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Mental illness is not, in any way, shape, or form, a choice.

It has, however, always been my opinion that it bestows upon the sufferer two choices: to be felled at the knees or to become resilient enough to withstand the storm. Beyond all reasonable expectation and explanation, I chose resilience. My name is Sascha, and this is the Cliff Notes version of that story.

Mental illness has presented me with many, shall we say, opportunities to grow and cultivate an impressive level of resilience, and it has become a quality upon which I pride myself. I take a private pleasure in being able to withstand things, cope with undue amounts of stress, physical pain, emotional pain, and adversity. My resiliency and downright grit have become attributes for which I am acknowledged. My ability to cope with stress, long hours, complicated responsibilities, and crises has been praised.

My wise-beyond-my-years and “parentified” child shtick were endeared when I was a child and adolescent—characteristics that made me cute, loveable, unique. Grappling with mental illness has allowed me to create a public persona of such stability, composure, and autonomy that I often felt I had no choice but to sink further into my illness to cope with this discrepancy between who I was and who I appeared to be. This is not to say that my resilience is all bad—indeed, without it, I would never be here to write this awkward yet brazen essay. In the words of my mentor, Alexandra Silber, I should be really dead, but to overstate the obvious, I am not.

I developed Major Depressive Disorder around the age of 10. I became catatonically depressed and ceased all functioning. I stopped attending school, I stopped reading, and most damningly, I stopped eating. When the body initially begins to starve, endorphins are released as it breaks down its own tissues for fuel to maintain homeostasis. Endorphins, as Elle Woods of Legally Blonde suggests, make you happy, and indeed, the release of endorphins alleviated some of the paralyzing depression I felt. And thus began my descent into an eating disorder.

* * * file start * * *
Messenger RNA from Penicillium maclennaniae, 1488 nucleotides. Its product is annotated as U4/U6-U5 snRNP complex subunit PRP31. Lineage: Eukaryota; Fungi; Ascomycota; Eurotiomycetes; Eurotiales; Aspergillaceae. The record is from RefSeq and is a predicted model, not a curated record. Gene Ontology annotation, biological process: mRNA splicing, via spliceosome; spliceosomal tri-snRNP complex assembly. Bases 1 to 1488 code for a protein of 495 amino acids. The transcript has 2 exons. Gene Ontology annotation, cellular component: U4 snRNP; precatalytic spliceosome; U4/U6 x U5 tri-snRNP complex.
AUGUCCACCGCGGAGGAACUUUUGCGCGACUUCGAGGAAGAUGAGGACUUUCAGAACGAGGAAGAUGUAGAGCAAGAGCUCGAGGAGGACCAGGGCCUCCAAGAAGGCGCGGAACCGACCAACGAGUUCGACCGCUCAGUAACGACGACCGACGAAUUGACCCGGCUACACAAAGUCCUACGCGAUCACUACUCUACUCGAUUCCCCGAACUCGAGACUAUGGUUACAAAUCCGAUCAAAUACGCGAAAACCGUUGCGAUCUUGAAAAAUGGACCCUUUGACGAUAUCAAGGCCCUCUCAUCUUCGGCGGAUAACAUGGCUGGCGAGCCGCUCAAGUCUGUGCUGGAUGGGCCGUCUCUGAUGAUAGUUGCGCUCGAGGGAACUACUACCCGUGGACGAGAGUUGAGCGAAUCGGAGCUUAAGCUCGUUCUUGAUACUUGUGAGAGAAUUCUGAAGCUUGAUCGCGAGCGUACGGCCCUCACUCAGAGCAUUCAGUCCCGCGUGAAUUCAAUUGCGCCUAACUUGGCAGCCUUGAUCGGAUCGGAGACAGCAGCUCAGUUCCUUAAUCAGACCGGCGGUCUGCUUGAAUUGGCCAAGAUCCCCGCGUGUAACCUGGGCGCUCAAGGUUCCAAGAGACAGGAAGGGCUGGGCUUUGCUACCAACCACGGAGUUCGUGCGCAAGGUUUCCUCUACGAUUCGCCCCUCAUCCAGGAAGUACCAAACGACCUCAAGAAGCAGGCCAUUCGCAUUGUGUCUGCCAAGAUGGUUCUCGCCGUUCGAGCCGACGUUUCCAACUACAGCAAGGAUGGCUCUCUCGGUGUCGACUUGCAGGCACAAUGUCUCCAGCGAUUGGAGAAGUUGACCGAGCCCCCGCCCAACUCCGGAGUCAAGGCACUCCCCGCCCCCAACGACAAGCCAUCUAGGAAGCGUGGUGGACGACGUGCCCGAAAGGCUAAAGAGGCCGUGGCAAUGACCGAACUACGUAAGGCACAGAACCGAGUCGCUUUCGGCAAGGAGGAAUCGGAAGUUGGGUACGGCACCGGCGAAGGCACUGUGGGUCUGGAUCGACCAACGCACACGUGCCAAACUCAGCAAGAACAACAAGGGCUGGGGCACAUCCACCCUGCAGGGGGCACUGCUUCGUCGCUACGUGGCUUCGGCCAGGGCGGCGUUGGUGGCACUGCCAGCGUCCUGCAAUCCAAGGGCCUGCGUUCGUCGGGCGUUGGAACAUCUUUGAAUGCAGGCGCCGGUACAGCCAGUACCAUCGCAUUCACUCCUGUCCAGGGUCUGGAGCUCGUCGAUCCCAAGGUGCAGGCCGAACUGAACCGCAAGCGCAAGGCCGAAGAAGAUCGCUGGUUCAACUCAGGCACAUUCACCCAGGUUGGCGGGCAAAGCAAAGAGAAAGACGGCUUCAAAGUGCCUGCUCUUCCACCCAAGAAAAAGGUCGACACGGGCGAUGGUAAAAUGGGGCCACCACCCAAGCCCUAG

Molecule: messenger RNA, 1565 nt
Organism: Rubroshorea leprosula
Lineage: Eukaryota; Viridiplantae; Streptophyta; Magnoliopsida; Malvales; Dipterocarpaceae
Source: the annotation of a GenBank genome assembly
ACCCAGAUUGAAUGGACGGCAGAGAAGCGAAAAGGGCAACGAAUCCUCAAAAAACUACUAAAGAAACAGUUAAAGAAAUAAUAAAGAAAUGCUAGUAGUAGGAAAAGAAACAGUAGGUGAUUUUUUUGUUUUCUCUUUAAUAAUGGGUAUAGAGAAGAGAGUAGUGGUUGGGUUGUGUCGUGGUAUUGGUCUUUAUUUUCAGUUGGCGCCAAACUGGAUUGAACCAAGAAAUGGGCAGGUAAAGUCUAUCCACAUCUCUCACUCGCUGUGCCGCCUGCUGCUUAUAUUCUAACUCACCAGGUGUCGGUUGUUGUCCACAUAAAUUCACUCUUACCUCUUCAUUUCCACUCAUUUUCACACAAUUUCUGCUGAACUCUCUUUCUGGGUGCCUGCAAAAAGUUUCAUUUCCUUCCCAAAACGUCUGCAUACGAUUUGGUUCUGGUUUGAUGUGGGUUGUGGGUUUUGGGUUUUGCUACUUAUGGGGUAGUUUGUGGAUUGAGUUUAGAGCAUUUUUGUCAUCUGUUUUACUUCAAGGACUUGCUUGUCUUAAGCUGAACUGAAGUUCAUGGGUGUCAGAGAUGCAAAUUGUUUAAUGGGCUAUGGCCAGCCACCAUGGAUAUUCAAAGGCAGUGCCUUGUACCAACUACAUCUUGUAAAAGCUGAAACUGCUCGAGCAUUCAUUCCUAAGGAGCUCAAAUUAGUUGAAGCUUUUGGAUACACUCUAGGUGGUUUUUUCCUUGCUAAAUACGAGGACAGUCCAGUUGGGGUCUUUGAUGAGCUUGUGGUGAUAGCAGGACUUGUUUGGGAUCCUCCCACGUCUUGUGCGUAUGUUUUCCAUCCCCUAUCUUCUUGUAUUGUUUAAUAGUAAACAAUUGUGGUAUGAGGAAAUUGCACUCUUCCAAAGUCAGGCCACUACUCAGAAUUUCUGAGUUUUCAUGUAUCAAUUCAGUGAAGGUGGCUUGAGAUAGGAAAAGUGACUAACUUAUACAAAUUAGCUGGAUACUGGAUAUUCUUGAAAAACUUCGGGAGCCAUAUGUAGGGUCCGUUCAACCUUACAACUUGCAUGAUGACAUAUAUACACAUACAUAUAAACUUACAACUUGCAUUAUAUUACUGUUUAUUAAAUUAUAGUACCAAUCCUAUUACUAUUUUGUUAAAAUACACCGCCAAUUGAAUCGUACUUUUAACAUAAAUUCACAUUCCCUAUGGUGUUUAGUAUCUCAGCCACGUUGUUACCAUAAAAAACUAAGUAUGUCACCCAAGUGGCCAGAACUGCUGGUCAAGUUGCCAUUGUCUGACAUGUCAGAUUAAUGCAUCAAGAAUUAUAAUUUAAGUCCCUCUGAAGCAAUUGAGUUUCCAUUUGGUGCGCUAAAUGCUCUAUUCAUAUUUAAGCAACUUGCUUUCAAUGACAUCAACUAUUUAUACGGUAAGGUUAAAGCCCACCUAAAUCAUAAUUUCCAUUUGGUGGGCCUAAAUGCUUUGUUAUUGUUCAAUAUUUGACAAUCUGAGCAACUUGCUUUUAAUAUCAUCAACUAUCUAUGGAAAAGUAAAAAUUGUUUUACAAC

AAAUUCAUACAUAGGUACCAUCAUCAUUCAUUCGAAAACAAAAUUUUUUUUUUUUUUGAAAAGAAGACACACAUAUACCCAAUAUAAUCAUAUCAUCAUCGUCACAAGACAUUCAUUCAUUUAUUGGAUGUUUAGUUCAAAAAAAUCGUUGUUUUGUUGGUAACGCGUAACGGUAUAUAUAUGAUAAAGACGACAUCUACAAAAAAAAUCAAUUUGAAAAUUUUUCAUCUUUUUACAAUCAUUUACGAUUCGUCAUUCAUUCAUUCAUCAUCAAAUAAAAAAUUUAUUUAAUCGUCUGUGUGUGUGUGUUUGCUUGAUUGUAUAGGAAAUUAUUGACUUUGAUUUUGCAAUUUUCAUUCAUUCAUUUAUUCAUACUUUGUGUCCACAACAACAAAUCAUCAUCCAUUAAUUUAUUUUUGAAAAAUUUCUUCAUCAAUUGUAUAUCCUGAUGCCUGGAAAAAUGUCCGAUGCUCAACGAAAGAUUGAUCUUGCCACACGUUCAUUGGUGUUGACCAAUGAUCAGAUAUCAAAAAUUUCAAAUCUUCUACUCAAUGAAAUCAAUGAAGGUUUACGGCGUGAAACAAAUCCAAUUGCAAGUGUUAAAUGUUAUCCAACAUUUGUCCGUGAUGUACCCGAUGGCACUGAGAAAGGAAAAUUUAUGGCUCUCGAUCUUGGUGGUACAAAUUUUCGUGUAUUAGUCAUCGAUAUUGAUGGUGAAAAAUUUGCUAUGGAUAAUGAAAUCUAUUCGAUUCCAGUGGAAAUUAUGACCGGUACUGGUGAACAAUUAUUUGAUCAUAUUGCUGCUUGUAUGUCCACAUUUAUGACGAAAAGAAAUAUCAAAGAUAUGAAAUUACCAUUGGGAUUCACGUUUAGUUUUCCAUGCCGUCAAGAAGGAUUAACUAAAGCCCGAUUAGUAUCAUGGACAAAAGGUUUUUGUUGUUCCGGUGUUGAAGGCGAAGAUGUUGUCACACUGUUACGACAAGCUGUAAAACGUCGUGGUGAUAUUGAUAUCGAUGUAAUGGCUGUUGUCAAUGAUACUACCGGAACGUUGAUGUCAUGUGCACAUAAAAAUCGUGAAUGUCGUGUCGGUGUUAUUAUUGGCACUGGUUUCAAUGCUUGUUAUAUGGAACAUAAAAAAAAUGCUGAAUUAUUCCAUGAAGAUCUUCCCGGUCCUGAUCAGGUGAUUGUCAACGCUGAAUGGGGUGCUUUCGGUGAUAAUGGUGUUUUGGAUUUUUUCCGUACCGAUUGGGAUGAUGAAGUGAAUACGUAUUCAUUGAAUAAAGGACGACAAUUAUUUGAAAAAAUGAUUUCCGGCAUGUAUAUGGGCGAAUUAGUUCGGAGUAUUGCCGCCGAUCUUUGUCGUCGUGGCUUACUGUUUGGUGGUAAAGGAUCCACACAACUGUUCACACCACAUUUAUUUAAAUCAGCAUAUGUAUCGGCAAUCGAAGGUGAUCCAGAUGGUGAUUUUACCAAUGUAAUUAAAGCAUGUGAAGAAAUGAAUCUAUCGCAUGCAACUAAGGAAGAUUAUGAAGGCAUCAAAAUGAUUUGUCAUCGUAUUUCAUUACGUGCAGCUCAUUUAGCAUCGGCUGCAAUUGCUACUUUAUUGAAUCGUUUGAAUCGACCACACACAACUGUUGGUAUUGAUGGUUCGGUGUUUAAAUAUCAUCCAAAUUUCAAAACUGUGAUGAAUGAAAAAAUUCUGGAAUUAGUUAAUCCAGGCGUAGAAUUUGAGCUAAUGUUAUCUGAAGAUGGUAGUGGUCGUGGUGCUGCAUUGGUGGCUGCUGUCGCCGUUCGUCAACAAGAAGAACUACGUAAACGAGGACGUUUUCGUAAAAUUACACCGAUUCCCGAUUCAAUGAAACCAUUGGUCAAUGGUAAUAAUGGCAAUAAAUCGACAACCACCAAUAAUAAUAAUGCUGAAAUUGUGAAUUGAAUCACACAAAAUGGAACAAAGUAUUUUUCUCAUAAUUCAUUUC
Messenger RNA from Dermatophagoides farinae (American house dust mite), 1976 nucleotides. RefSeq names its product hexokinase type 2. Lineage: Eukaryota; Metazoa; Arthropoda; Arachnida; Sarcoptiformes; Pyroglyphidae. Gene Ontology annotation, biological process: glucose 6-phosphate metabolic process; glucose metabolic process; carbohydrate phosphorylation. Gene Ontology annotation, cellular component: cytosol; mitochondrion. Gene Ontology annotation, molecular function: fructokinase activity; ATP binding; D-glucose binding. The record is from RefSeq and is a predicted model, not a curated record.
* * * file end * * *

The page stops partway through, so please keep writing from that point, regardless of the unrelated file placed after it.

In the late 1990s, nobody knew what to do with a child with anorexia. I was prescribed nutritional supplement drinks that came in tin cans and tasted like death, and I entered so-called therapy with a man who played cards with me and told my parents I was cured when my insurance benefits ran out. Needless to say, I was not cured. I continued to struggle throughout my middle school years, and upon hospitalization at 13 years old, I also picked up an additional maladaptive coping skill in self-harm. 

I could discuss, ad nauseum, the saga of various treatment stays and relapses and hospitalizations, but that is not the part of my story that feels essential to share publicly. Instead, I’d like to discuss two important points: stigma and connection. As my experiences facing stigma because of my mental illnesses are a far more unfortunate story, I’ll begin there, albeit without significant detail. At this moment, I am on the cusp of five years completely free from self-harm. Although the last year or so has been a bit of rough going in terms of my eating disorder journey, I am fighting for my recovery and working with incredible outpatient providers, and most importantly, progressing. 

Despite these facts, I face discrimination because of the way I look, as my body has significant scarring, and the fact that I am mentally ill. I have proven to be perfectly capable of working two jobs as a teacher, yet that often seems to be overlooked for the sole reason that I have struggled with self-harm and an eating disorder. It is repugnant, and I tolerate it because I need to be employed, and I care deeply about being a teacher. I know that this issue is not unique to me, and I feel that it is appalling that in 2020, so many people continue to face discrimination and judgement because of mental illness. 

Lastly, I’d like to speak briefly about the importance of connection in mental illness treatment and recovery. I say this with the utmost sincerity and conviction: I would not be alive if people had not cared about and loved me, especially when I couldn’t love myself.

In many of my darkest moments, I was able to go on living because of my meaningful connections with others. 

With those who didn’t give up on me. 

With those who believed in me when no one else, including myself, did. 

With those who simply stood beside me and held my hand whilst I saved myself. 

The prompt of this essay was, “What People with Mental Illness Want You to Know,” and what this person with mental illness wants you to know, above all else, is how deeply grateful I am for those people. Dr. Leslie Sanders, my former physician; Dr. Shelbie Wahl-Fouts and Prof. John Forsman, my former professors; Alexandra Silber, my mentor; Christine DeSouza and Talia Becker, my outpatient treatment team; and ABOVE ALL ELSE, my best friends through it all, Annie and Marissa. Thank you. 

In closing, I’d like to share a quote from my favorite musical, Next to Normal. As a musician myself, playing and singing this music has been a place of solace for many years, and this quote speaks volumes to what I want to convey: “The one thing that’s sure is that there is no cure, but that doesn’t mean we don’t fight!”  And, perhaps most importantly, the last lines sung before the curtain falls: “There will be light.”